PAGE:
Lessons from Mom

Hot Off the Collar | Volume 3

We learn so much from our parents: manners, social norms, language skills, how to behave, how NOT to behave and probably most of all, how to love. Or perhaps more accurately, WHO to love. In my mother’s case, I learned to love family and friends but I also learned to love the animals we share the world with. At five years old, I can vividly recall Mom opening the screen on our front door whenever she cooked spare-ribs. Why? Because a stray black lab she named “Lucky” would come by for leftovers. At 10 years old, I learned a level of patience that belied my age by watching Mom at our cottage on Beaver Lake, wait for hours until the local chipmunk worked up the courage to take a peanut from her hand. I followed her example and sat more still than any 10-year old in the history of 10-year olds, until that same chipmunk – christened “Charlie” by Mom – decided that he could trust the tow-headed little boy. That particular “skill” lasted my entire life. In August on our family holiday at Beaver Lake, Mom and I once again, and sadly, for the last time, enjoyed a special connection while we waited for Charlie’s great-great-great-great-great grandchild to come and take yet another peanut from us. I remember looking at Mom’s hands that day. They carried all the wrinkles and crevices of a life well-lived but they also carried tremendous kindness and compassion. I am convinced that all the animals she cared for with those hands, somehow understood that. From Lucky the neighborhood mooch to Rocky, my childhood border collie to Annie and Clara the two grey tabby cats, to her “grand-dogs” Charlie, Sammy, Barney, Murphy and Sophie. Later, after most of these animals were gone, she volunteered her time at Sandy Pines Wildlife Centre.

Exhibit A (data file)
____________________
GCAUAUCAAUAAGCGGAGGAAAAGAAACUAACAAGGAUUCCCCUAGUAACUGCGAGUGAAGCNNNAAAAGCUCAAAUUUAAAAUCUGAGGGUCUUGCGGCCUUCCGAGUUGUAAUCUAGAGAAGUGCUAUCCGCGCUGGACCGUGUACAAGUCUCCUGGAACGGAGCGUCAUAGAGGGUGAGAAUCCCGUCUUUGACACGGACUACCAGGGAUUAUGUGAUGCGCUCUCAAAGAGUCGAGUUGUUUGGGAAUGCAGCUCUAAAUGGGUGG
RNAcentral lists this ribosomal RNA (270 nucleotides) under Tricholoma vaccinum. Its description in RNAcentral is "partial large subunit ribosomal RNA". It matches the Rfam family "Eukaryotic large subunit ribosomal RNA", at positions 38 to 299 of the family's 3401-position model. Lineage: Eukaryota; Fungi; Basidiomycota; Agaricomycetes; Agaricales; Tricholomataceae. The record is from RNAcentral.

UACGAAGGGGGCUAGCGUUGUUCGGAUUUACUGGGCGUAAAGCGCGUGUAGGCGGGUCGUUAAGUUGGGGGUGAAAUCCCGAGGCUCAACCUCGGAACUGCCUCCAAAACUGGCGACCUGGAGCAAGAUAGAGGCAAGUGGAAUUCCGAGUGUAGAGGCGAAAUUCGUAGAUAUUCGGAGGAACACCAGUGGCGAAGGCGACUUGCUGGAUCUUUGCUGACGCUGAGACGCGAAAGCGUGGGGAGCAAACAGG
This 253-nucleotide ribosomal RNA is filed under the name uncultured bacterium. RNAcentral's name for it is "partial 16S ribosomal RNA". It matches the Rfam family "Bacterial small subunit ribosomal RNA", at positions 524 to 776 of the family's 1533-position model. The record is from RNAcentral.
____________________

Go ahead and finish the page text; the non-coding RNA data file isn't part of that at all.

Mom had a great smile; a smile that made you feel like you might be missing out on something. It was never brighter than when she was talking about her connection to animals. In April, when I told her that I’d been offered the job of Executive Director for the Kingston Humane Society, I saw that very same smile. A week or two into my tenure, Mom, who by this time, had some pretty serious mobility issues, came into my office. Like most moms, she was proud of whatever I chose to do for a living, but she was particularly happy with my choice to join the KHS.

Mom died on September 6th after a short illness. A couple of days before she passed away, I was sitting with her in the hospital room and we started reminiscing about Charlie the chipmunk and how much we both enjoyed feeding him and his offspring. We laughed at the memories of him stuffing two and sometimes three peanuts into his cheek pouches. After the laughter died down, I told her that I didn’t think I would have gotten to where I was in life, without her. She smiled and assured me she had nothing to do with it.

But she did.

She does.

And she always will.

Thanks Mom.

– Gord Hunter, Executive Director

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Contactless adoptions will begin on May 6th for limited number of animals

Kingston, ON – May 1, 2020